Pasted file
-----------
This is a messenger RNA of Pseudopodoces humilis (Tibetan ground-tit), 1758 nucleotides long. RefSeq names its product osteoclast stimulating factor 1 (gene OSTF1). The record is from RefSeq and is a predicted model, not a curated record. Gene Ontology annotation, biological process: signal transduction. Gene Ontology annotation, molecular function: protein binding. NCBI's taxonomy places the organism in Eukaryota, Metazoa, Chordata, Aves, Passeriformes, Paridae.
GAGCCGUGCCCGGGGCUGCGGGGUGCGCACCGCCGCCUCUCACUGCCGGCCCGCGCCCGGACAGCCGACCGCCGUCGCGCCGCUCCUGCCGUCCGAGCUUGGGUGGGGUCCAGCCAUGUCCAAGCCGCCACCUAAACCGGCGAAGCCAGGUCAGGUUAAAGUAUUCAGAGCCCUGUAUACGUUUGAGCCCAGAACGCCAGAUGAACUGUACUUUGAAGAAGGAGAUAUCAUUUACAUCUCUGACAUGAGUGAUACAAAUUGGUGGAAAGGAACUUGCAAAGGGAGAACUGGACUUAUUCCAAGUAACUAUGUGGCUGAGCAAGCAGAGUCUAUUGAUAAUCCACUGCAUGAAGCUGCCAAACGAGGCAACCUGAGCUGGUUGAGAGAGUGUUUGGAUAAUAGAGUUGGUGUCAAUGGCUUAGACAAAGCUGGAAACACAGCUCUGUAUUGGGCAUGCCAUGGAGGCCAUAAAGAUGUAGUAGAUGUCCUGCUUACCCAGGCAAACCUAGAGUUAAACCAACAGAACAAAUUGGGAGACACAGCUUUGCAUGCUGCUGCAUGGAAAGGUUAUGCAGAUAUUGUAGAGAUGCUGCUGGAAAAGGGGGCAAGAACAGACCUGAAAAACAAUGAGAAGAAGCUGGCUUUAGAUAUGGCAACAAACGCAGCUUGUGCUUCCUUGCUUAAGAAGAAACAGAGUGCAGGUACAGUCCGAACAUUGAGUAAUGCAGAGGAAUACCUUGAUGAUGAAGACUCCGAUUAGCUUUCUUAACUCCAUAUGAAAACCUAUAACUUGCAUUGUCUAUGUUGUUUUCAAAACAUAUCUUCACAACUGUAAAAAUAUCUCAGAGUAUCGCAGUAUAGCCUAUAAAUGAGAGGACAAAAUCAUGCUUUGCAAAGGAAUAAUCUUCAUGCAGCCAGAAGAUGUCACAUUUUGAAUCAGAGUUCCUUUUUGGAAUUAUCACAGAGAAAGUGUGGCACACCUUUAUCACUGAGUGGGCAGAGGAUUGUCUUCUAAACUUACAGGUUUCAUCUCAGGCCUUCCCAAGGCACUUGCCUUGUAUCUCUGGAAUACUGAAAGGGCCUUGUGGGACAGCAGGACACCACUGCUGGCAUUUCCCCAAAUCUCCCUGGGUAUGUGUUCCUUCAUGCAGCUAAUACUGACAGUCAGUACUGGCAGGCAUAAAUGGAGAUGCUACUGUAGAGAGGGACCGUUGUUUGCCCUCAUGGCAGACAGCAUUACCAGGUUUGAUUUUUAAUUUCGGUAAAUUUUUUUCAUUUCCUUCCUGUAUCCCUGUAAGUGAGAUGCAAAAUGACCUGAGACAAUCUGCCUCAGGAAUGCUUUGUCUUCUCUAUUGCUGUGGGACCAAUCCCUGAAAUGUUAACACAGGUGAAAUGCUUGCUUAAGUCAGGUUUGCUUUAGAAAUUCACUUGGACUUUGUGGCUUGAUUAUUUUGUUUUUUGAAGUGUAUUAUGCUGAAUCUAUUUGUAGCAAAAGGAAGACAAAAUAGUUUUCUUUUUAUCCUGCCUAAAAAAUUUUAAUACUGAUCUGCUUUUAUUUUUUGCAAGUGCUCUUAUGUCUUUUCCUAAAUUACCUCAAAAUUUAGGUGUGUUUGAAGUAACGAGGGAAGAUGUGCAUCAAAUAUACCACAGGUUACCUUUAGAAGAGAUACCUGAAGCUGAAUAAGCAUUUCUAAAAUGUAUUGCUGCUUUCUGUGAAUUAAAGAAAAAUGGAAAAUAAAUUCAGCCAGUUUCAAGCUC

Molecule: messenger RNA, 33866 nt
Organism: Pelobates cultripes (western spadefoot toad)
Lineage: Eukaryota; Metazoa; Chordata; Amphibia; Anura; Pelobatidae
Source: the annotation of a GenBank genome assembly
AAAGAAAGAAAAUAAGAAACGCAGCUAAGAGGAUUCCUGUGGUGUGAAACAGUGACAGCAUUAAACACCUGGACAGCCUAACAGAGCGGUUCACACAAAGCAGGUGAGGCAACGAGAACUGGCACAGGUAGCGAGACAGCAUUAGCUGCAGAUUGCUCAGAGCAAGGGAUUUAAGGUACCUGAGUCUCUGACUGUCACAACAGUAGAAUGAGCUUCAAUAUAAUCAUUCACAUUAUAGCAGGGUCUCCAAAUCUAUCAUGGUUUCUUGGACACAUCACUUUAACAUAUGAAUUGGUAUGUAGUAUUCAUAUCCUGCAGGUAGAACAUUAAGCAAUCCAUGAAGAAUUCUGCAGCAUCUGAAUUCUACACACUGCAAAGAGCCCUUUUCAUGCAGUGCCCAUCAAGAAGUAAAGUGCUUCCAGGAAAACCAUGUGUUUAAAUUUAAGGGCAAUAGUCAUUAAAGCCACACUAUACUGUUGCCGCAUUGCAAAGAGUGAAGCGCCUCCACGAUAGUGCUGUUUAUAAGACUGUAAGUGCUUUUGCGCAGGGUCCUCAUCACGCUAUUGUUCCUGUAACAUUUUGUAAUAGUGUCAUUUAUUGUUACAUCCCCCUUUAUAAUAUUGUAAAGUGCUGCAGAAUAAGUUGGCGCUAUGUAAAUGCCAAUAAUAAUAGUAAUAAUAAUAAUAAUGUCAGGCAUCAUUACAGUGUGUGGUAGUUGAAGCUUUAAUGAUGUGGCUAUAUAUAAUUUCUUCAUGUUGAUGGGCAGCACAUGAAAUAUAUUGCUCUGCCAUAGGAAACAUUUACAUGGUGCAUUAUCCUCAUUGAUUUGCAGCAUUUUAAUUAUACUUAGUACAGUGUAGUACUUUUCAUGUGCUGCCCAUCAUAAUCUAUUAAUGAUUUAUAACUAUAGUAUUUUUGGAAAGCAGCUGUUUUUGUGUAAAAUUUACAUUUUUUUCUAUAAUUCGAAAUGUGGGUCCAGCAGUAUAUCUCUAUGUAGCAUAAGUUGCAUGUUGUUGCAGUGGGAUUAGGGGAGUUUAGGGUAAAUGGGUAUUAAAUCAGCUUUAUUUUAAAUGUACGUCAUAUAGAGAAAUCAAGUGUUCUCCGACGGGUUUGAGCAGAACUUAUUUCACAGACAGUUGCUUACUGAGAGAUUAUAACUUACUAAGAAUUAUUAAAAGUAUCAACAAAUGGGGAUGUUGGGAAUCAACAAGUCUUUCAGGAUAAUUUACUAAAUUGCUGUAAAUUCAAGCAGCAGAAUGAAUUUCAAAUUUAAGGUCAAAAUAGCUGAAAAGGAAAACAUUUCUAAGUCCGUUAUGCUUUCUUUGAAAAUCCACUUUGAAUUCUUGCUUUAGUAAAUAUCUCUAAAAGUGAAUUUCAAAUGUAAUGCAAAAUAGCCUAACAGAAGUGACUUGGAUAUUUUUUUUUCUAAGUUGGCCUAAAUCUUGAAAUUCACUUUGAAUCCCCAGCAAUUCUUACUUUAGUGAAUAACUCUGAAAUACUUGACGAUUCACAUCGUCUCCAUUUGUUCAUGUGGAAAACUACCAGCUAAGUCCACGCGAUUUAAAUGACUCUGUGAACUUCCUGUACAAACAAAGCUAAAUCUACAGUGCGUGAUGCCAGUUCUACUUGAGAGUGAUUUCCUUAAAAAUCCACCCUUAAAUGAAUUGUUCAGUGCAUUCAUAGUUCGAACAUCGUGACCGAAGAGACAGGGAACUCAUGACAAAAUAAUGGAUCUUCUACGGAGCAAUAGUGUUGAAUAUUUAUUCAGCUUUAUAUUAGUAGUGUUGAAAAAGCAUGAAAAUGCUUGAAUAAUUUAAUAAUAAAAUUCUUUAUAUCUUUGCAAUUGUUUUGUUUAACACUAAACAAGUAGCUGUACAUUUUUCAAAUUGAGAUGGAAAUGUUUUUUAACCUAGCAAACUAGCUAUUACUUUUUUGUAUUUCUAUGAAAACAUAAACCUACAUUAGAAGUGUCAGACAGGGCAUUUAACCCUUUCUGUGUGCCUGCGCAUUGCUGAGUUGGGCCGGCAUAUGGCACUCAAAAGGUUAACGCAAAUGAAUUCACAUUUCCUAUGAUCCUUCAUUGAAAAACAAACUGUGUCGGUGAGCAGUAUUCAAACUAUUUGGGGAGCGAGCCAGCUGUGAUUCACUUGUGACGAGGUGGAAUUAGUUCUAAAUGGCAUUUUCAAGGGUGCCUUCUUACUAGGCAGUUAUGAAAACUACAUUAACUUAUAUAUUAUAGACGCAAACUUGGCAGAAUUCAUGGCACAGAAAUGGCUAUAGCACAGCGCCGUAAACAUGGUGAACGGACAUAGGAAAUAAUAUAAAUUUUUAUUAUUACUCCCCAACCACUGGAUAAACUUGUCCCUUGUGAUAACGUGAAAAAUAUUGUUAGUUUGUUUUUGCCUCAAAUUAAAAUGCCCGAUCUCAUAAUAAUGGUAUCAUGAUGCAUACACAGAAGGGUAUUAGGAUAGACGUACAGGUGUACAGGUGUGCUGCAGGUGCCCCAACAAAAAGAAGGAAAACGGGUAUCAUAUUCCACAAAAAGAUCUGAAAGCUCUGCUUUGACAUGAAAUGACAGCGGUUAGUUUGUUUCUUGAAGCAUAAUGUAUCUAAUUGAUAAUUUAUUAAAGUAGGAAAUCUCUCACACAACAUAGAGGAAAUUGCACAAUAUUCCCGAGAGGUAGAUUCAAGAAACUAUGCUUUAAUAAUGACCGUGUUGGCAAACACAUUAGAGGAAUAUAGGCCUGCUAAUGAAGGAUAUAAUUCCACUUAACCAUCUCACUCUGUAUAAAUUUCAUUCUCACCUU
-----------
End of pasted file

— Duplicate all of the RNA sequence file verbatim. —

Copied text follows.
This is a messenger RNA of Pseudopodoces humilis (Tibetan ground-tit), 1758 nucleotides long. RefSeq names its product osteoclast stimulating factor 1 (gene OSTF1). The record is from RefSeq and is a predicted model, not a curated record. Gene Ontology annotation, biological process: signal transduction. Gene Ontology annotation, molecular function: protein binding. NCBI's taxonomy places the organism in Eukaryota, Metazoa, Chordata, Aves, Passeriformes, Paridae.
GAGCCGUGCCCGGGGCUGCGGGGUGCGCACCGCCGCCUCUCACUGCCGGCCCGCGCCCGGACAGCCGACCGCCGUCGCGCCGCUCCUGCCGUCCGAGCUUGGGUGGGGUCCAGCCAUGUCCAAGCCGCCACCUAAACCGGCGAAGCCAGGUCAGGUUAAAGUAUUCAGAGCCCUGUAUACGUUUGAGCCCAGAACGCCAGAUGAACUGUACUUUGAAGAAGGAGAUAUCAUUUACAUCUCUGACAUGAGUGAUACAAAUUGGUGGAAAGGAACUUGCAAAGGGAGAACUGGACUUAUUCCAAGUAACUAUGUGGCUGAGCAAGCAGAGUCUAUUGAUAAUCCACUGCAUGAAGCUGCCAAACGAGGCAACCUGAGCUGGUUGAGAGAGUGUUUGGAUAAUAGAGUUGGUGUCAAUGGCUUAGACAAAGCUGGAAACACAGCUCUGUAUUGGGCAUGCCAUGGAGGCCAUAAAGAUGUAGUAGAUGUCCUGCUUACCCAGGCAAACCUAGAGUUAAACCAACAGAACAAAUUGGGAGACACAGCUUUGCAUGCUGCUGCAUGGAAAGGUUAUGCAGAUAUUGUAGAGAUGCUGCUGGAAAAGGGGGCAAGAACAGACCUGAAAAACAAUGAGAAGAAGCUGGCUUUAGAUAUGGCAACAAACGCAGCUUGUGCUUCCUUGCUUAAGAAGAAACAGAGUGCAGGUACAGUCCGAACAUUGAGUAAUGCAGAGGAAUACCUUGAUGAUGAAGACUCCGAUUAGCUUUCUUAACUCCAUAUGAAAACCUAUAACUUGCAUUGUCUAUGUUGUUUUCAAAACAUAUCUUCACAACUGUAAAAAUAUCUCAGAGUAUCGCAGUAUAGCCUAUAAAUGAGAGGACAAAAUCAUGCUUUGCAAAGGAAUAAUCUUCAUGCAGCCAGAAGAUGUCACAUUUUGAAUCAGAGUUCCUUUUUGGAAUUAUCACAGAGAAAGUGUGGCACACCUUUAUCACUGAGUGGGCAGAGGAUUGUCUUCUAAACUUACAGGUUUCAUCUCAGGCCUUCCCAAGGCACUUGCCUUGUAUCUCUGGAAUACUGAAAGGGCCUUGUGGGACAGCAGGACACCACUGCUGGCAUUUCCCCAAAUCUCCCUGGGUAUGUGUUCCUUCAUGCAGCUAAUACUGACAGUCAGUACUGGCAGGCAUAAAUGGAGAUGCUACUGUAGAGAGGGACCGUUGUUUGCCCUCAUGGCAGACAGCAUUACCAGGUUUGAUUUUUAAUUUCGGUAAAUUUUUUUCAUUUCCUUCCUGUAUCCCUGUAAGUGAGAUGCAAAAUGACCUGAGACAAUCUGCCUCAGGAAUGCUUUGUCUUCUCUAUUGCUGUGGGACCAAUCCCUGAAAUGUUAACACAGGUGAAAUGCUUGCUUAAGUCAGGUUUGCUUUAGAAAUUCACUUGGACUUUGUGGCUUGAUUAUUUUGUUUUUUGAAGUGUAUUAUGCUGAAUCUAUUUGUAGCAAAAGGAAGACAAAAUAGUUUUCUUUUUAUCCUGCCUAAAAAAUUUUAAUACUGAUCUGCUUUUAUUUUUUGCAAGUGCUCUUAUGUCUUUUCCUAAAUUACCUCAAAAUUUAGGUGUGUUUGAAGUAACGAGGGAAGAUGUGCAUCAAAUAUACCACAGGUUACCUUUAGAAGAGAUACCUGAAGCUGAAUAAGCAUUUCUAAAAUGUAUUGCUGCUUUCUGUGAAUUAAAGAAAAAUGGAAAAUAAAUUCAGCCAGUUUCAAGCUC

Molecule: messenger RNA, 33866 nt
Organism: Pelobates cultripes (western spadefoot toad)
Lineage: Eukaryota; Metazoa; Chordata; Amphibia; Anura; Pelobatidae
Source: the annotation of a GenBank genome assembly
AAAGAAAGAAAAUAAGAAACGCAGCUAAGAGGAUUCCUGUGGUGUGAAACAGUGACAGCAUUAAACACCUGGACAGCCUAACAGAGCGGUUCACACAAAGCAGGUGAGGCAACGAGAACUGGCACAGGUAGCGAGACAGCAUUAGCUGCAGAUUGCUCAGAGCAAGGGAUUUAAGGUACCUGAGUCUCUGACUGUCACAACAGUAGAAUGAGCUUCAAUAUAAUCAUUCACAUUAUAGCAGGGUCUCCAAAUCUAUCAUGGUUUCUUGGACACAUCACUUUAACAUAUGAAUUGGUAUGUAGUAUUCAUAUCCUGCAGGUAGAACAUUAAGCAAUCCAUGAAGAAUUCUGCAGCAUCUGAAUUCUACACACUGCAAAGAGCCCUUUUCAUGCAGUGCCCAUCAAGAAGUAAAGUGCUUCCAGGAAAACCAUGUGUUUAAAUUUAAGGGCAAUAGUCAUUAAAGCCACACUAUACUGUUGCCGCAUUGCAAAGAGUGAAGCGCCUCCACGAUAGUGCUGUUUAUAAGACUGUAAGUGCUUUUGCGCAGGGUCCUCAUCACGCUAUUGUUCCUGUAACAUUUUGUAAUAGUGUCAUUUAUUGUUACAUCCCCCUUUAUAAUAUUGUAAAGUGCUGCAGAAUAAGUUGGCGCUAUGUAAAUGCCAAUAAUAAUAGUAAUAAUAAUAAUAAUGUCAGGCAUCAUUACAGUGUGUGGUAGUUGAAGCUUUAAUGAUGUGGCUAUAUAUAAUUUCUUCAUGUUGAUGGGCAGCACAUGAAAUAUAUUGCUCUGCCAUAGGAAACAUUUACAUGGUGCAUUAUCCUCAUUGAUUUGCAGCAUUUUAAUUAUACUUAGUACAGUGUAGUACUUUUCAUGUGCUGCCCAUCAUAAUCUAUUAAUGAUUUAUAACUAUAGUAUUUUUGGAAAGCAGCUGUUUUUGUGUAAAAUUUACAUUUUUUUCUAUAAUUCGAAAUGUGGGUCCAGCAGUAUAUCUCUAUGUAGCAUAAGUUGCAUGUUGUUGCAGUGGGAUUAGGGGAGUUUAGGGUAAAUGGGUAUUAAAUCAGCUUUAUUUUAAAUGUACGUCAUAUAGAGAAAUCAAGUGUUCUCCGACGGGUUUGAGCAGAACUUAUUUCACAGACAGUUGCUUACUGAGAGAUUAUAACUUACUAAGAAUUAUUAAAAGUAUCAACAAAUGGGGAUGUUGGGAAUCAACAAGUCUUUCAGGAUAAUUUACUAAAUUGCUGUAAAUUCAAGCAGCAGAAUGAAUUUCAAAUUUAAGGUCAAAAUAGCUGAAAAGGAAAACAUUUCUAAGUCCGUUAUGCUUUCUUUGAAAAUCCACUUUGAAUUCUUGCUUUAGUAAAUAUCUCUAAAAGUGAAUUUCAAAUGUAAUGCAAAAUAGCCUAACAGAAGUGACUUGGAUAUUUUUUUUUCUAAGUUGGCCUAAAUCUUGAAAUUCACUUUGAAUCCCCAGCAAUUCUUACUUUAGUGAAUAACUCUGAAAUACUUGACGAUUCACAUCGUCUCCAUUUGUUCAUGUGGAAAACUACCAGCUAAGUCCACGCGAUUUAAAUGACUCUGUGAACUUCCUGUACAAACAAAGCUAAAUCUACAGUGCGUGAUGCCAGUUCUACUUGAGAGUGAUUUCCUUAAAAAUCCACCCUUAAAUGAAUUGUUCAGUGCAUUCAUAGUUCGAACAUCGUGACCGAAGAGACAGGGAACUCAUGACAAAAUAAUGGAUCUUCUACGGAGCAAUAGUGUUGAAUAUUUAUUCAGCUUUAUAUUAGUAGUGUUGAAAAAGCAUGAAAAUGCUUGAAUAAUUUAAUAAUAAAAUUCUUUAUAUCUUUGCAAUUGUUUUGUUUAACACUAAACAAGUAGCUGUACAUUUUUCAAAUUGAGAUGGAAAUGUUUUUUAACCUAGCAAACUAGCUAUUACUUUUUUGUAUUUCUAUGAAAACAUAAACCUACAUUAGAAGUGUCAGACAGGGCAUUUAACCCUUUCUGUGUGCCUGCGCAUUGCUGAGUUGGGCCGGCAUAUGGCACUCAAAAGGUUAACGCAAAUGAAUUCACAUUUCCUAUGAUCCUUCAUUGAAAAACAAACUGUGUCGGUGAGCAGUAUUCAAACUAUUUGGGGAGCGAGCCAGCUGUGAUUCACUUGUGACGAGGUGGAAUUAGUUCUAAAUGGCAUUUUCAAGGGUGCCUUCUUACUAGGCAGUUAUGAAAACUACAUUAACUUAUAUAUUAUAGACGCAAACUUGGCAGAAUUCAUGGCACAGAAAUGGCUAUAGCACAGCGCCGUAAACAUGGUGAACGGACAUAGGAAAUAAUAUAAAUUUUUAUUAUUACUCCCCAACCACUGGAUAAACUUGUCCCUUGUGAUAACGUGAAAAAUAUUGUUAGUUUGUUUUUGCCUCAAAUUAAAAUGCCCGAUCUCAUAAUAAUGGUAUCAUGAUGCAUACACAGAAGGGUAUUAGGAUAGACGUACAGGUGUACAGGUGUGCUGCAGGUGCCCCAACAAAAAGAAGGAAAACGGGUAUCAUAUUCCACAAAAAGAUCUGAAAGCUCUGCUUUGACAUGAAAUGACAGCGGUUAGUUUGUUUCUUGAAGCAUAAUGUAUCUAAUUGAUAAUUUAUUAAAGUAGGAAAUCUCUCACACAACAUAGAGGAAAUUGCACAAUAUUCCCGAGAGGUAGAUUCAAGAAACUAUGCUUUAAUAAUGACCGUGUUGGCAAACACAUUAGAGGAAUAUAGGCCUGCUAAUGAAGGAUAUAAUUCCACUUAACCAUCUCACUCUGUAUAAAUUUCAUUCUCACCUU